ESPE Abstracts (2022) 95 FC10.3

ESPE2022 Free Communications GH and IGFs (6 abstracts)

Near final height in 62 twin pairs with twin-to-twin transfusion syndrome is not associated with the GHRd3 genotype

Felix Schreiner 1 , Sandra Schulte 1 , Charlotte Kasner 1 , Peter Bartmann 2 , Joachim Woelfle 1,3 & Bettina Gohlke 1


1Pediatric Endocrinology Division, Children's Hospital, University of Bonn, Bonn, Germany; 2Department of Neonatology, Children's Hospital, University of Bonn, Bonn, Germany; 3Children's Hospital, University of Erlangen, Erlangen, Germany

Background: Alterations of pre- and early postnatal growth can have long lasting impact on adult height, body composition and metabolic health throughout life. In monozygotic twins discordant for prenatal growth due to twin-to-twin transfusion syndrome (TTTS), we previously demonstrated lower cord blood IGF-I concentrations and earlier pubertal maturation, indicative of prenatal programming of endocrine systems, to be linked to reduced final height of the former growth restricted twin. The individual capacity of postnatal catch-up growth may also depend on genetic factors, as shown for the growth hormone receptor exon 3 deletion (GHRd3) gene variant in very low birth weight preterm infants or children with GH deficiency.

Methods: We longitudinally analyzed growth patterns from birth to near final height (mean age at last visit 15.0 yrs) in relation to the GRHd3 genotype in a cohort of 62 monozygotic TTTS twin pairs. TTTS had been treated by laser coagulation of communicating vessels before 25 weeks of gestation. At birth, 28 of 62 pairs still showed an intra-twin difference of >1.0 SDS for length and/or weight. GHRd3 genotype (exon 3 deletion vs. full length) was analyzed by multiplex PCR.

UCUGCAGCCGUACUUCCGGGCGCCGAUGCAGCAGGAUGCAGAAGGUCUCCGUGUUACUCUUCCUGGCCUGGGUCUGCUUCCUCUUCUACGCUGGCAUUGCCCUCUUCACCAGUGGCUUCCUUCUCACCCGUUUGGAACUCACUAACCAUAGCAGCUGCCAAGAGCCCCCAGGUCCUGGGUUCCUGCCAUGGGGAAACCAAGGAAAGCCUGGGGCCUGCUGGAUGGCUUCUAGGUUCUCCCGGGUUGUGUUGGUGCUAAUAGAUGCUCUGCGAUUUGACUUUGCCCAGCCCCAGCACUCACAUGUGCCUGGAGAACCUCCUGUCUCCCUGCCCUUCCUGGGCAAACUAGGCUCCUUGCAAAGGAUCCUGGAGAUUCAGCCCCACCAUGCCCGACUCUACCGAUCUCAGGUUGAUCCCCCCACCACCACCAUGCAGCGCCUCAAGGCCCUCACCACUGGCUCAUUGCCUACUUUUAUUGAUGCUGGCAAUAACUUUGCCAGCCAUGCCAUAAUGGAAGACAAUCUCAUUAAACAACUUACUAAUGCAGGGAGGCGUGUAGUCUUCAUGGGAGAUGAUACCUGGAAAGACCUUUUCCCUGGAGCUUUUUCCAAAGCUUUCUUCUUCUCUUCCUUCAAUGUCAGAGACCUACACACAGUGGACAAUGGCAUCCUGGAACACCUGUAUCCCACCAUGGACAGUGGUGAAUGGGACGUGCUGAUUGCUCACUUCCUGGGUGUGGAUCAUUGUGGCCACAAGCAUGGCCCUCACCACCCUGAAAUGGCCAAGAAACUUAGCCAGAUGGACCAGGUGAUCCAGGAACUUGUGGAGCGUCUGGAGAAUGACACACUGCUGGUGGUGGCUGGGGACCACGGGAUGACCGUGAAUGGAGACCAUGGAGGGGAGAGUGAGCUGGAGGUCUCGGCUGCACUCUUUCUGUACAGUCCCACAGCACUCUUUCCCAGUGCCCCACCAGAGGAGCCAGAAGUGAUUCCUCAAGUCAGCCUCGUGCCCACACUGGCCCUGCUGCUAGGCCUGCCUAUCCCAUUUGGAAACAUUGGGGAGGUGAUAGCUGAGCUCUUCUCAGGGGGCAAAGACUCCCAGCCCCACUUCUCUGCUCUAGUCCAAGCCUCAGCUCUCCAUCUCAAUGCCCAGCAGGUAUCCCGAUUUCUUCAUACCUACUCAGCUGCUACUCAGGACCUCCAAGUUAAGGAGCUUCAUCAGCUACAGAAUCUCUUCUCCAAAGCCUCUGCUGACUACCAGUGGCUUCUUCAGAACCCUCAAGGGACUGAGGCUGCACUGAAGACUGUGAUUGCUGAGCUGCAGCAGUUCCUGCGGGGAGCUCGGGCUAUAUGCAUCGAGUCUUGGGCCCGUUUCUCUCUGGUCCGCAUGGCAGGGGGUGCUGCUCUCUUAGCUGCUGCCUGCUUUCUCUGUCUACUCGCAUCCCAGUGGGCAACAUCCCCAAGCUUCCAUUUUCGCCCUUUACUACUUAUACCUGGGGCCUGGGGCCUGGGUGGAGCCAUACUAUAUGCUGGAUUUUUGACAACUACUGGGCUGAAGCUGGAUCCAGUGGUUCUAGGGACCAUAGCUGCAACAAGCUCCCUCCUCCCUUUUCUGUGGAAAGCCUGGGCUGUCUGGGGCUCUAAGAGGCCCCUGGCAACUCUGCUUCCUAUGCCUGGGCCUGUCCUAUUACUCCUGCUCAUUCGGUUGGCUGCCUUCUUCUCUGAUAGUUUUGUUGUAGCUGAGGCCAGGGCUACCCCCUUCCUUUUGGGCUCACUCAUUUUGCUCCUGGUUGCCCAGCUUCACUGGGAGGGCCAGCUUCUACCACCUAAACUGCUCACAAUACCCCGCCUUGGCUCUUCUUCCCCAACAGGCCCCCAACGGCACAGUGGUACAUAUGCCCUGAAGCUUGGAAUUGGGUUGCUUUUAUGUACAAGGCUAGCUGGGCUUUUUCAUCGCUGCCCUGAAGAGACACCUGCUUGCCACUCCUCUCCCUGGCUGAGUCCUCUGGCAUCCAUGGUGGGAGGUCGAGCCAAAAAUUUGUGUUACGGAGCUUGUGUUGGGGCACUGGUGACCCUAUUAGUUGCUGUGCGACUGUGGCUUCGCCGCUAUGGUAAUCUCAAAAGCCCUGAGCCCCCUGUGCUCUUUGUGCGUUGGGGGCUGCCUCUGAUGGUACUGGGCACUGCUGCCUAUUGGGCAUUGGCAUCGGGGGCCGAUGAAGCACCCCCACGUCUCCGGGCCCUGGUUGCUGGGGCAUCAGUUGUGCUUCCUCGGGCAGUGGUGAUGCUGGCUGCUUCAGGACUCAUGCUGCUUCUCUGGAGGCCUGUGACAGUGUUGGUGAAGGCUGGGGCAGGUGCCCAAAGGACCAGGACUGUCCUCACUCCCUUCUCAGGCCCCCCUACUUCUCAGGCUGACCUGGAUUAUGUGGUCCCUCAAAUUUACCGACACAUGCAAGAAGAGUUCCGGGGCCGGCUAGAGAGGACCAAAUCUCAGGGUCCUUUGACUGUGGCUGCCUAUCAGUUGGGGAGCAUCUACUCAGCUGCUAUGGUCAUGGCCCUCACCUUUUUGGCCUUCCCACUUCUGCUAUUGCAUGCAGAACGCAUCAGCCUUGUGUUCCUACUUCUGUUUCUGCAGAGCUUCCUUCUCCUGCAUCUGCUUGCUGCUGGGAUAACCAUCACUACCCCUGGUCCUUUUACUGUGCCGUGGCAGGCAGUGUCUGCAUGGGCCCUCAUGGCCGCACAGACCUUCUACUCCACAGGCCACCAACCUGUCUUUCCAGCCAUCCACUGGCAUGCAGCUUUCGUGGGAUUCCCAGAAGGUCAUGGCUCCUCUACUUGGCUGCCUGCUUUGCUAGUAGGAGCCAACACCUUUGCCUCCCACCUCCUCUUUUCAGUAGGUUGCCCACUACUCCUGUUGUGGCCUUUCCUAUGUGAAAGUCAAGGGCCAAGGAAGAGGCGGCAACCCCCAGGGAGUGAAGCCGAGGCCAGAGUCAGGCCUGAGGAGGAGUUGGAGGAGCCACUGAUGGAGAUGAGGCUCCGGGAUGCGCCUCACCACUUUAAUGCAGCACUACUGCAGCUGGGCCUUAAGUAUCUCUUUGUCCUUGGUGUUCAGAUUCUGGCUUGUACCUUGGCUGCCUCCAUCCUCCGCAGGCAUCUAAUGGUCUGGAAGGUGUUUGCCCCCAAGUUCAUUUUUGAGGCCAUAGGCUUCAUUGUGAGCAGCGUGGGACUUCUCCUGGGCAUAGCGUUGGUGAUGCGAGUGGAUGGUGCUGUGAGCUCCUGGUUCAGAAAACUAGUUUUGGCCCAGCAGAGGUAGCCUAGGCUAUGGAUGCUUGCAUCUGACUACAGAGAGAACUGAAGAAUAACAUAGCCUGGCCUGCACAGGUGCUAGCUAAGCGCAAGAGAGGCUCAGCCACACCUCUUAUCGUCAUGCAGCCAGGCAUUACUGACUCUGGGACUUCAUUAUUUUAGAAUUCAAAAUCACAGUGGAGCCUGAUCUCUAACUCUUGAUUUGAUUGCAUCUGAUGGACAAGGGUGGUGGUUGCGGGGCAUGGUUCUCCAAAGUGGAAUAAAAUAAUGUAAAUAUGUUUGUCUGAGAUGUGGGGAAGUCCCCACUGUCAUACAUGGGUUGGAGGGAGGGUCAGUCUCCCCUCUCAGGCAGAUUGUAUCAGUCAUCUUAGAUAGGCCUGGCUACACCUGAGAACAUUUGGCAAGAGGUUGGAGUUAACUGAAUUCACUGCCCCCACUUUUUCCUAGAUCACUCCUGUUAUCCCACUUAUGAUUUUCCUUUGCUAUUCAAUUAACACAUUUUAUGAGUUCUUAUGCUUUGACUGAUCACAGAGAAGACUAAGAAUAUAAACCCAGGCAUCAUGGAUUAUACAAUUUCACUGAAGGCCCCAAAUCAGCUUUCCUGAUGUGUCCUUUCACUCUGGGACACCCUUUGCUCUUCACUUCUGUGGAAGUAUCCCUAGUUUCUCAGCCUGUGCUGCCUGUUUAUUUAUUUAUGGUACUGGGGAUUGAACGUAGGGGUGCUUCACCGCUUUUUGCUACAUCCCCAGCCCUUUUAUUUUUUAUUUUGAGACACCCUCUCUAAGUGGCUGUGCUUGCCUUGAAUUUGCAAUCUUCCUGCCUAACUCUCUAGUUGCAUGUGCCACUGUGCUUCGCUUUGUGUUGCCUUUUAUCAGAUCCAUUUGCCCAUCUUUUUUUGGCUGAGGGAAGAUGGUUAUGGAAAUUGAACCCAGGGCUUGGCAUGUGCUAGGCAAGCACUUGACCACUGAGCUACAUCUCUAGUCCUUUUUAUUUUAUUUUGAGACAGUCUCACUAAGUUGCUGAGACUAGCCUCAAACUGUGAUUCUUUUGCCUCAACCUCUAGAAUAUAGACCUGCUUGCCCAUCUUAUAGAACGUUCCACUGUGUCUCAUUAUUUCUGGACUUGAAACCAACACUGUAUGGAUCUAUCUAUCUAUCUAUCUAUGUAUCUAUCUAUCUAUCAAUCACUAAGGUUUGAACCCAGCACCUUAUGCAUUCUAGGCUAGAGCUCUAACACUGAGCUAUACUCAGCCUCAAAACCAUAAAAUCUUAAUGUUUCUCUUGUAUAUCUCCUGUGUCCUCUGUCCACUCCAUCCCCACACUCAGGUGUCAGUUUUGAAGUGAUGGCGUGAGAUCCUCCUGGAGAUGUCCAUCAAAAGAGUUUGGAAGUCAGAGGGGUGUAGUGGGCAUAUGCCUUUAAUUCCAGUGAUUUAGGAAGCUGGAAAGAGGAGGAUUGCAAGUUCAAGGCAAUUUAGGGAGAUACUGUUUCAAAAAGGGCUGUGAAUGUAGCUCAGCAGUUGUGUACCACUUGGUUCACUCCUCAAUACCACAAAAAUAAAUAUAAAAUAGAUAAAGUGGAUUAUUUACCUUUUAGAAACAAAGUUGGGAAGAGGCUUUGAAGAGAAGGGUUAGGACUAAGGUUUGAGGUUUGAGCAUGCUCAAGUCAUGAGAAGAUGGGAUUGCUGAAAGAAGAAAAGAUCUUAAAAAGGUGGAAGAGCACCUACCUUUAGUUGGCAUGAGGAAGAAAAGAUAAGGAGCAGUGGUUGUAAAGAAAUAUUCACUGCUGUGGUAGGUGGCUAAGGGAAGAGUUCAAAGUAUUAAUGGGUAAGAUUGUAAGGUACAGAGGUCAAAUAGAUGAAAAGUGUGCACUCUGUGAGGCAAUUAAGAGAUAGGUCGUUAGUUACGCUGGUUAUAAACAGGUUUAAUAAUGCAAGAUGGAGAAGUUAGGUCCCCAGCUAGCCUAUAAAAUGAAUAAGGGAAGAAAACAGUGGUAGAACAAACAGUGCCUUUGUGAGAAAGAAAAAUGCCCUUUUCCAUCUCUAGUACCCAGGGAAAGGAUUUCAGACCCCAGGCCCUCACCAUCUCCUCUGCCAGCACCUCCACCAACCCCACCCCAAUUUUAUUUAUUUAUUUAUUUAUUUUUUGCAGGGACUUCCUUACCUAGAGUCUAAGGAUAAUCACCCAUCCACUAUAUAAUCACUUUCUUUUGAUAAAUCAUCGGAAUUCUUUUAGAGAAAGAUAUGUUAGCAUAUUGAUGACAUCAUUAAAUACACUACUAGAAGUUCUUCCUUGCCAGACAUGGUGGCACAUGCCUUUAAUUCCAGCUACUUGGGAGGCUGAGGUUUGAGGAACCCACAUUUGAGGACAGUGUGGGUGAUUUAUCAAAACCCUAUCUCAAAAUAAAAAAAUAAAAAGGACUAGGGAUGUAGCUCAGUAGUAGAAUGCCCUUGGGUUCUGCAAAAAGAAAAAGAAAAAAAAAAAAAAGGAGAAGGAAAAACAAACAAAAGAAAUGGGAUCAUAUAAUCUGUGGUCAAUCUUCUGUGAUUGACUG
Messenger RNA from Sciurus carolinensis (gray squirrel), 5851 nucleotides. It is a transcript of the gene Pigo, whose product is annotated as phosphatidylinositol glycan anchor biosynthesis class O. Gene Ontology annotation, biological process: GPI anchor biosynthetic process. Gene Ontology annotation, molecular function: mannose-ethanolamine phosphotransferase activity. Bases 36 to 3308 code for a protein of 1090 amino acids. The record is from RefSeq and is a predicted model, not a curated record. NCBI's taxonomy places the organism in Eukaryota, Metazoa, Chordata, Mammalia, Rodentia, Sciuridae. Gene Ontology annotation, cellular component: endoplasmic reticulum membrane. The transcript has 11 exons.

Results: Birth parameters including mean intra-twin differences were not different between the GHRd3 genotype groups. Transiently and irrespective of their TTTS status, children carrying at least one GHRd3 allele (fl/d3, d3/d3) had lower height-SDS compared with noncarrier (fl/fl) at ages 12 months (donors: d3-carrier -1.42±1.06 SDS vs. noncarrier -0.50±1.25 SDS, P=0.007; recipients: d3-carrier -0.59 ±1.13 SDS vs. noncarrier 0.00±1.19 SDS, P=0.085) and 2 yrs (donors: d3-carrier -0.96±0.80 SDS vs. noncarrier -0.12±0.96 SDS, P=0.008; recipients: d3-carrier 0.39±0.86 SDS vs. noncarrier 0.43±1.29 SDS, P=0.030). Intra-twin differences, however, were not different between genotypes. Up to the last visit during adolescence, most children (116/124) reached a near final height within normal ranges, while height-SDS (d3-carrier 0.15±1.15 SDS vs. noncarrier 0.37±1.10 SDS, P>0.1) as well as mean intra-twin height-SDS differences (d3-carrier 0.32±0.55 SDS vs. noncarrier 0.31±0.49 SDS, P>0.1) again were not different between genotype groups.

Conclusions: During early postnatal catch-up growth at ages 1 and 2 yrs, GHRd3 carrier were significantly shorter than noncarrier, which is in contrast to previous observations regarding GHRd3 and catch-up growth. However, the GHRd3 genotype does not seem to affect near final height or the degree of long-term height approximation within twin pairs in monozygotic twins discordant for prenatal growth.

Volume 95

60th Annual ESPE (ESPE 2022)

Rome, Italy
15 Sep 2022 - 17 Sep 2022

European Society for Paediatric Endocrinology 

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